In the Netherlands, a collaboration of (pediatric) nephrologists nationwide led to a new treatment guideline which in the end enables tailored therapy with the orphan drug eculizumab and a considerable cost reduction. The nationwide study CUREiHUS, initiated by the Radboudumc and led by Dr Nicole van de Kar, pediatric nephrologist, Prof Jack Wetzels, nephrologist and Kioa Wijnsma, PhD candidate, is one of the hallmarks of this new national approach and acquires a lot of (inter)national attention.Eculizumab, nowadays the standard treatment for patients with atypical hemolytic uremic syndrome (aHUS), is considered one of world’s most expensive drugs with costs as high as €500,000 per patient per year. Besides the high price tag of eculizumab, physicians treating aHUS patients have sincere concerns regarding the long term consequences, when eculizumab is used as lifelong maintenance therapy. Especially since there is little to no evidence to support this life long duration. In the Netherlands, this led to the development of a new Dutch guideline, drafted by the National Working Group aHUS, which enables a restrictive eculizumab regimen. The implementation of this guideline led to a whole new political discussion in the Netherlands. Only recently, the National Health Care Institute of the Netherlands declined reimbursement of eculizumab as lifelong therapy. However, with the implementation of this new guideline, which is shown to be (cost) effective and safe, the minister of Health has decided to reimburse eculizumab reimbursed, solely when subscribed according to the new guideline. Instead of lifelong maintenance therapy with the orphan drug eculizumab, patients will receive eculizumab for three months after which therapy will be evaluated and while closely monitored withdrawn if possible. With this nationwide prospective study, abbreviated CUREiHUS (NTR5988), sponsored by ZonMw and Zorgverzekeraars Nederland, this restrictive regimen will be monitored for and evaluated after four years.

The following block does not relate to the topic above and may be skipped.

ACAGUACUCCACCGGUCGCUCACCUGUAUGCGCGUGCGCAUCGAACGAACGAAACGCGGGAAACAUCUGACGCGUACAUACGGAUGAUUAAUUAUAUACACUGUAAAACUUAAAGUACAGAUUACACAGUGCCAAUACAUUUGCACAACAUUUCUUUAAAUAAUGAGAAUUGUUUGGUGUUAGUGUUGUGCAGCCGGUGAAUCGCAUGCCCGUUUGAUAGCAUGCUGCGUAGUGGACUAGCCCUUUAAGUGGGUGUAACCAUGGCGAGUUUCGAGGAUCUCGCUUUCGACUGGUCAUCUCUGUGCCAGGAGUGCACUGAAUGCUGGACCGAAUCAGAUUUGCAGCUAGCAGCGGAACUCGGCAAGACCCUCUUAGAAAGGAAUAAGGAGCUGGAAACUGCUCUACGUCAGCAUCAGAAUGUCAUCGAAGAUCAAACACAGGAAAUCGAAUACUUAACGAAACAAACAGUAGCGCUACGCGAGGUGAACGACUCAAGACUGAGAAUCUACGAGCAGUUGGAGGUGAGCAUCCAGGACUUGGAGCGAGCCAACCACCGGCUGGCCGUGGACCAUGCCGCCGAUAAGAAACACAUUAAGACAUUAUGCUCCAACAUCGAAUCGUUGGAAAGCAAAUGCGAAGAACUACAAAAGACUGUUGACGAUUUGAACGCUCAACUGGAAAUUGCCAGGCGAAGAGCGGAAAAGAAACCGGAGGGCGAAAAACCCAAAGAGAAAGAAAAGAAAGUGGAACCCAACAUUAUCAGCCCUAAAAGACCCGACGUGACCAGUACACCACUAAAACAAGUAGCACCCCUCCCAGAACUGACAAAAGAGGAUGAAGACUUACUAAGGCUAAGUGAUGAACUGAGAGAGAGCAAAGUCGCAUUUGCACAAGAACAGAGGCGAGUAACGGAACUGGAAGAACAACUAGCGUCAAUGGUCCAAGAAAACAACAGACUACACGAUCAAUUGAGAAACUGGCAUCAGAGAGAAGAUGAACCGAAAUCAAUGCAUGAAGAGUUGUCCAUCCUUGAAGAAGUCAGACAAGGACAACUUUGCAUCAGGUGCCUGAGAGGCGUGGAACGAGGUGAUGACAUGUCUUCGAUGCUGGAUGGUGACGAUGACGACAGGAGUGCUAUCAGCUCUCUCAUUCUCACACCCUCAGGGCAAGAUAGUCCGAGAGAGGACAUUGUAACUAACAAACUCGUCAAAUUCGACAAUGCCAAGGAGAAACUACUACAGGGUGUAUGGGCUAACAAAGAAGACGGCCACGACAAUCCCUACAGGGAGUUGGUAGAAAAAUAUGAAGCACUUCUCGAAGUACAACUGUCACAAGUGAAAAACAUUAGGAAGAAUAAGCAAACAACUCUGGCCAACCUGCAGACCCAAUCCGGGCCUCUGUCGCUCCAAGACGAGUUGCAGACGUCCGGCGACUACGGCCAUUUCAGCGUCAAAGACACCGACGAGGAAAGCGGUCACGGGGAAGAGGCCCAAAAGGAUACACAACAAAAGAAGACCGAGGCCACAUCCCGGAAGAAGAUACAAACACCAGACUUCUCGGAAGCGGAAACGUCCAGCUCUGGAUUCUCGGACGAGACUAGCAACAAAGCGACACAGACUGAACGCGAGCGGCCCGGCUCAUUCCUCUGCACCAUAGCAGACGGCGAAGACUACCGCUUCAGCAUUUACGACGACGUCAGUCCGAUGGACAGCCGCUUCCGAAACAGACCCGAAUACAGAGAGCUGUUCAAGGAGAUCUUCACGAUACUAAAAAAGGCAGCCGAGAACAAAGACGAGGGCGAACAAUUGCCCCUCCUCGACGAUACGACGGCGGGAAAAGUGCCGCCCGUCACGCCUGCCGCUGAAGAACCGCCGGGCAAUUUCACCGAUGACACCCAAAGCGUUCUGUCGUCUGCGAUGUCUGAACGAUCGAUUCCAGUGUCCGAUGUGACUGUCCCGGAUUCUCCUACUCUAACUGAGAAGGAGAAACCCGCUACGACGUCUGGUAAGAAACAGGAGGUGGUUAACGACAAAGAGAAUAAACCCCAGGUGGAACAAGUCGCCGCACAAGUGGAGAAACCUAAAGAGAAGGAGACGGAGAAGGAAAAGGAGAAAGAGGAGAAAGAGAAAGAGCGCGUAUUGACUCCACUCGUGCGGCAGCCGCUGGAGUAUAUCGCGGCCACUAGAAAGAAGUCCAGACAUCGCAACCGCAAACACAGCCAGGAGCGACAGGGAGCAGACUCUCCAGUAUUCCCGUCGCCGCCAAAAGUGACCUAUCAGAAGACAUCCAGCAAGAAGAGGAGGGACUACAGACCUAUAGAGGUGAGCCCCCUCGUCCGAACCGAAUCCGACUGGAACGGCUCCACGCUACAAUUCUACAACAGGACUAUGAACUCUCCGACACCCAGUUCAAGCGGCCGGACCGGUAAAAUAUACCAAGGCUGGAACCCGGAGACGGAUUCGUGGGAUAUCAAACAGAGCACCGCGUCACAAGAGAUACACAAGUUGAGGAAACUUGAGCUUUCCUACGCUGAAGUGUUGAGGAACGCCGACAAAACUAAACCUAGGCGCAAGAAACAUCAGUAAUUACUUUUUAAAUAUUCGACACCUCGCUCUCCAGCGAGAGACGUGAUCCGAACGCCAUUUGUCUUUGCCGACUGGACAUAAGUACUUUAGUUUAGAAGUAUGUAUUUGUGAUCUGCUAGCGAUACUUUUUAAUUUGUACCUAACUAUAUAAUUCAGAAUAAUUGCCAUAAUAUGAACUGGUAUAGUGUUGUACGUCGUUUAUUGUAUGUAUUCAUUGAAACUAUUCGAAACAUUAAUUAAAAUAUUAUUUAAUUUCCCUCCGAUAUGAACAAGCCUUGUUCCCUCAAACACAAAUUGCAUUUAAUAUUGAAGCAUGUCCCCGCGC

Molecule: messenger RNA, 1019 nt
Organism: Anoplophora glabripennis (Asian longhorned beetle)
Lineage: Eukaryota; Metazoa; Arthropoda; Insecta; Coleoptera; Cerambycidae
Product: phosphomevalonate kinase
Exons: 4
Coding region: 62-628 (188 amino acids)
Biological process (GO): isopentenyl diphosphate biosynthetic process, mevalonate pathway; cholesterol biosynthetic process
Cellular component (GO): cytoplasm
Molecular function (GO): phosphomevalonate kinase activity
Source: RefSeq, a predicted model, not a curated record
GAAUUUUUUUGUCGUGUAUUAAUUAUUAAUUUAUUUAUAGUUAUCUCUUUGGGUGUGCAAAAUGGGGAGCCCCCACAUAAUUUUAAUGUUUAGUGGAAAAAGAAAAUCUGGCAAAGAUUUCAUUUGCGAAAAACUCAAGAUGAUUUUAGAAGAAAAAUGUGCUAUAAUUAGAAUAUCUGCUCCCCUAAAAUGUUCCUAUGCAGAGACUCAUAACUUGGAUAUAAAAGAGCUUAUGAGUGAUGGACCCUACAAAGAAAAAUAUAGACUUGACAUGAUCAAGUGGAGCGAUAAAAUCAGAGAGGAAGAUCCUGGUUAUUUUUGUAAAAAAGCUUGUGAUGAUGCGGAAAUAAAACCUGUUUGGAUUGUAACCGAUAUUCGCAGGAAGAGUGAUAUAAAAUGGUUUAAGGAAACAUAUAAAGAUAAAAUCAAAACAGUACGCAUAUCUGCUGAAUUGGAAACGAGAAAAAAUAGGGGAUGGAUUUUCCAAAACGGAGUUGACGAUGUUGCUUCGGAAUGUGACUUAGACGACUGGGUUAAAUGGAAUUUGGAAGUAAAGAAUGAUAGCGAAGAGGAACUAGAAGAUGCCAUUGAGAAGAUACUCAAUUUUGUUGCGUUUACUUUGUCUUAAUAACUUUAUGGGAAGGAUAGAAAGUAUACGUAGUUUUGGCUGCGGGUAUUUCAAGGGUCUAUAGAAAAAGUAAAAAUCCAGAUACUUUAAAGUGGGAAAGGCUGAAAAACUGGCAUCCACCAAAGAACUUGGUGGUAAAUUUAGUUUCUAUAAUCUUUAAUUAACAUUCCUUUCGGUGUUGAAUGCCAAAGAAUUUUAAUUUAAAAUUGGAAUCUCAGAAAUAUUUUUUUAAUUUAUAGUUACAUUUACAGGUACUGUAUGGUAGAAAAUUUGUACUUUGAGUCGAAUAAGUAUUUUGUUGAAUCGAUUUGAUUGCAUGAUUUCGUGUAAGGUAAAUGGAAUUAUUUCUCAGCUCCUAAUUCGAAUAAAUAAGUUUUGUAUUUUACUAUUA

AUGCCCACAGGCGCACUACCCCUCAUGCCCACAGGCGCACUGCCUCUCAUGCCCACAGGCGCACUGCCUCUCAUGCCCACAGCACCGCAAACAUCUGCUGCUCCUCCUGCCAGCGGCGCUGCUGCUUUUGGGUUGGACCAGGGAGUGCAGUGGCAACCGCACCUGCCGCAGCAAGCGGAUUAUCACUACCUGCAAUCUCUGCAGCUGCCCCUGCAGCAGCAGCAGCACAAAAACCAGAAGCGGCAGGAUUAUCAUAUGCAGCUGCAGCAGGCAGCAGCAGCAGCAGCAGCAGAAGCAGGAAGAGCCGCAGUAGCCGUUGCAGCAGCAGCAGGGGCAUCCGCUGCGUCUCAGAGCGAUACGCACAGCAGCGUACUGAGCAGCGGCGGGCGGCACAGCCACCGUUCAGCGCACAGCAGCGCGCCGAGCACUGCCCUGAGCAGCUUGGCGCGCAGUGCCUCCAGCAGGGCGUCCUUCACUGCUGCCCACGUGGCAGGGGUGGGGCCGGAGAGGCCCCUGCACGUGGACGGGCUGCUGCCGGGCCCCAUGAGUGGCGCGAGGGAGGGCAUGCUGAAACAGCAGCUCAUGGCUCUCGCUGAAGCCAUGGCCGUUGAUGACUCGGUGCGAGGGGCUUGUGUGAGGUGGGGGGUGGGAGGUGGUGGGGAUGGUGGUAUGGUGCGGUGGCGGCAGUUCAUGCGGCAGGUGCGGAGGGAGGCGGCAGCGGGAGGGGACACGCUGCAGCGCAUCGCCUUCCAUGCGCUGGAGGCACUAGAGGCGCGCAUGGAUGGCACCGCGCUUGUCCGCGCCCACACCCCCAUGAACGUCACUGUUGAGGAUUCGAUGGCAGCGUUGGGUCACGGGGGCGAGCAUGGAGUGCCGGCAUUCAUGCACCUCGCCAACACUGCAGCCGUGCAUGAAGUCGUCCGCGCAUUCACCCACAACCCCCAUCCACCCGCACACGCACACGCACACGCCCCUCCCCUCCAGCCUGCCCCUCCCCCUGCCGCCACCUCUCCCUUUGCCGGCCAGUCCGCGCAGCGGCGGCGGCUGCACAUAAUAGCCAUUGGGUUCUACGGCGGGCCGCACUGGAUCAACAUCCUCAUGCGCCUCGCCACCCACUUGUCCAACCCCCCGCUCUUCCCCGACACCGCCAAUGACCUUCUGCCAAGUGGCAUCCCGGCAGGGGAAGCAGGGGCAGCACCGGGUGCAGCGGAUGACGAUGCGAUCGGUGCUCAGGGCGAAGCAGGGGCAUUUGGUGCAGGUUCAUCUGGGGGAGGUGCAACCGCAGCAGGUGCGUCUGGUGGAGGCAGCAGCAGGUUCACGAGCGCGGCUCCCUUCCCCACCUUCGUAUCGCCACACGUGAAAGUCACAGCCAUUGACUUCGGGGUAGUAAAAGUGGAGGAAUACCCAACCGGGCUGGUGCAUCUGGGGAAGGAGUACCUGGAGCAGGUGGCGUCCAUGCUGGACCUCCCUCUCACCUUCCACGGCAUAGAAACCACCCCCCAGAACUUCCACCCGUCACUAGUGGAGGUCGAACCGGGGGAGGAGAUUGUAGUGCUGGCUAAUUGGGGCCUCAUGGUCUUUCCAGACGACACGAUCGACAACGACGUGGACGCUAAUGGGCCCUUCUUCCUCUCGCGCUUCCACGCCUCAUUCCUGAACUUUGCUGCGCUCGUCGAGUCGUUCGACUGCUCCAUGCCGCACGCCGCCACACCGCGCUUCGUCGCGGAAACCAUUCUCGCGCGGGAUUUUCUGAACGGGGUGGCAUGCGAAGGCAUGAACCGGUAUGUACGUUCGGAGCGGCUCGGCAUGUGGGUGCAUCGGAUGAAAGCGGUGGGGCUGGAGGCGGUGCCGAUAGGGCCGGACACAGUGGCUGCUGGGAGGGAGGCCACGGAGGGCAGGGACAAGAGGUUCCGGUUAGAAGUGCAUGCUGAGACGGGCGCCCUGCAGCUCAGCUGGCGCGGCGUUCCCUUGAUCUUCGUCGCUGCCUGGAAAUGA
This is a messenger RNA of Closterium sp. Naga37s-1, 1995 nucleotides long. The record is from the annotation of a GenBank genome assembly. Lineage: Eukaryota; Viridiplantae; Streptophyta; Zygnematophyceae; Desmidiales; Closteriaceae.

Recently the newspaper NRC published a extensive background story regarding this new and unique phenomenon in the Netherlands, interviewing both involved patients as physicians and politicians.
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